Runners, cyclists and gym-goers are all over energy and recovery supplements, but it’s fair to say amateur footballers aren’t quite as keen. The pros are, though, especially now that players cover more distance and complete more sprints in a game than ever before. And while you may find you’re covering less distance and completing fewer sprints than ever before (hey, time takes its toll on us all), it’s worth remembering football is especially demanding because it’s an endurance and an anaerobic sport.
Supplements company Science in Sport has been working with Manchester United since 2008, but to celebrate a recently announced multi-year partnership SiS is giving away 100,000 supplement packs for amateur players to try. Just pay £2.99 P&P and you’ll get isotonic energy gels, an energy and caffeine gel, an energy sachet, a recovery sachet and tube of hydration tablets. Go get yours at scienceinsport.com/football, and then come straight back because we spoke to SiS nutritionist Ted Munson to find out how pro footballers use supplements and when they might come in handy for amateurs looking to improve their performance on the pitch.
Got your pack? Good. The first thing Munson told us, as any responsible representative of a supplements brand would, is that footballers should take a “food first” approach, only looking at supplements if a food can’t be used or it’s not practical to use food.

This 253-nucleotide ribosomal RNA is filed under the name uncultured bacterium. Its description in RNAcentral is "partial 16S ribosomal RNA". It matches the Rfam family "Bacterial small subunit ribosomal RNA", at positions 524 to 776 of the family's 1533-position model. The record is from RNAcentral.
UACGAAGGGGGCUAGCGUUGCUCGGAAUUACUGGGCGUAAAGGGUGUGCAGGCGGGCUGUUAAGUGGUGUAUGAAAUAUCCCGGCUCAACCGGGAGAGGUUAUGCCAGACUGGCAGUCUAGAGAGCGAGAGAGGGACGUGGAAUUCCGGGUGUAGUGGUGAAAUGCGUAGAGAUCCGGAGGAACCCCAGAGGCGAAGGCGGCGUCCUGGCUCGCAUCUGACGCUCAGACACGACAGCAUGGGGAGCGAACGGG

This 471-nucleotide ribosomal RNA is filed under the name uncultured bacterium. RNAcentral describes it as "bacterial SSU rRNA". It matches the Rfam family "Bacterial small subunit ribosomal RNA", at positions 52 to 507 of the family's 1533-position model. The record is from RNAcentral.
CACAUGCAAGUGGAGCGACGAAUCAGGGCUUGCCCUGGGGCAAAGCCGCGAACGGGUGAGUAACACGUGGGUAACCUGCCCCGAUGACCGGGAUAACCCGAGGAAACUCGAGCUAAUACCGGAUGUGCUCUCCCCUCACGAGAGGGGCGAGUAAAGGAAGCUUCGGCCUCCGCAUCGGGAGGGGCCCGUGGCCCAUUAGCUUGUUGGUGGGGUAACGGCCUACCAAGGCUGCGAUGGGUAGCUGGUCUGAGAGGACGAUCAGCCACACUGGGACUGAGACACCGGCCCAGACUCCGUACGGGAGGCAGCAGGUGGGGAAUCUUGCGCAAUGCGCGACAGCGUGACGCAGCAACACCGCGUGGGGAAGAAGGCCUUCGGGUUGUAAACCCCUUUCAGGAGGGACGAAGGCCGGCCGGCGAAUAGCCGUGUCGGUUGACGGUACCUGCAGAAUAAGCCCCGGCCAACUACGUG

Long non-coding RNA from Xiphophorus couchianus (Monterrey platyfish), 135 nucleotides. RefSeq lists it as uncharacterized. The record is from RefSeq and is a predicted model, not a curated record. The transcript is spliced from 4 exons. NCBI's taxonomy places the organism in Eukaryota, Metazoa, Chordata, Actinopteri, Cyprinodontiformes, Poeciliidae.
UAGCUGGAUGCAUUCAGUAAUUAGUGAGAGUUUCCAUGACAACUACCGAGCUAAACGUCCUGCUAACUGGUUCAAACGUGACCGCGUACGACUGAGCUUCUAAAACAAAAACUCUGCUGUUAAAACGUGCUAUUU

Munson explained that because of the anaerobic demands, footballers rely heavily on carbohydrates, but carbs aren’t always easy to take on – especially during half time. “Taking on food might be hard to digest,” Munson explains, “so the pros use something isotonic. If you take on 40g of carbs at half-time that can give you the energy stores for the last ten minutes.”
And then there’s the fact that a lot of five-a-side footballers play at lunch or straight after work. The pros follow a standard routine of eating a main meal three hours before kick-off, topping up with a snack at T-minus 90 minutes. “That makes sure everything is digested and you’ve got nothing sitting in your stomach,” Munson says. Sure, you could break out a quinoa and chicken salad for a second lunch at work before an evening game – but it might be frowned upon in the middle of a pay review. Instead, as Munson explains, “food is the first approach, but you can use carbohydrate gels beforehand just to top up energy stores.”
Caffeine is another supplement that can help. “Caffeine actually decreases the perception of fatigue,” Munson says, “and makes it feel like you’re not working as hard as you actually are. It’s used in a similar way by professional athletes to reduce that perception of fatigue. You could have a coffee on the way from work or a caffeine shot ready in your bag.”
Munson also suggests a protein shake after a game, because “that’s the ideal time to take on protein for adaptation” – by the time most get home from the ground and sit down to a meal, the window of recovery has closed.
The most important piece of advice Munson has for amateurs, however, has nothing to do with supps. It’s that unless you have a really nice mum, you are not catered to like a professional footballer.
“Elites get a pre-match meal put in front of them and they get their shake put in front of them and they don’t have to carry it all round,” Munson says. “The number one piece of advice is to plan in advance. Especially for 11-a-side. If you’ve got a 10am game, get up early and have a good breakfast. I play Saturday league myself and I’ve been guilty of waking up at 9am, waltzing in and feeling horrendous during the game. There’s a lot of easy improvements you can make just by planning.”
Sign up to get an SiS match-day supplement pack at scienceinsport.com/football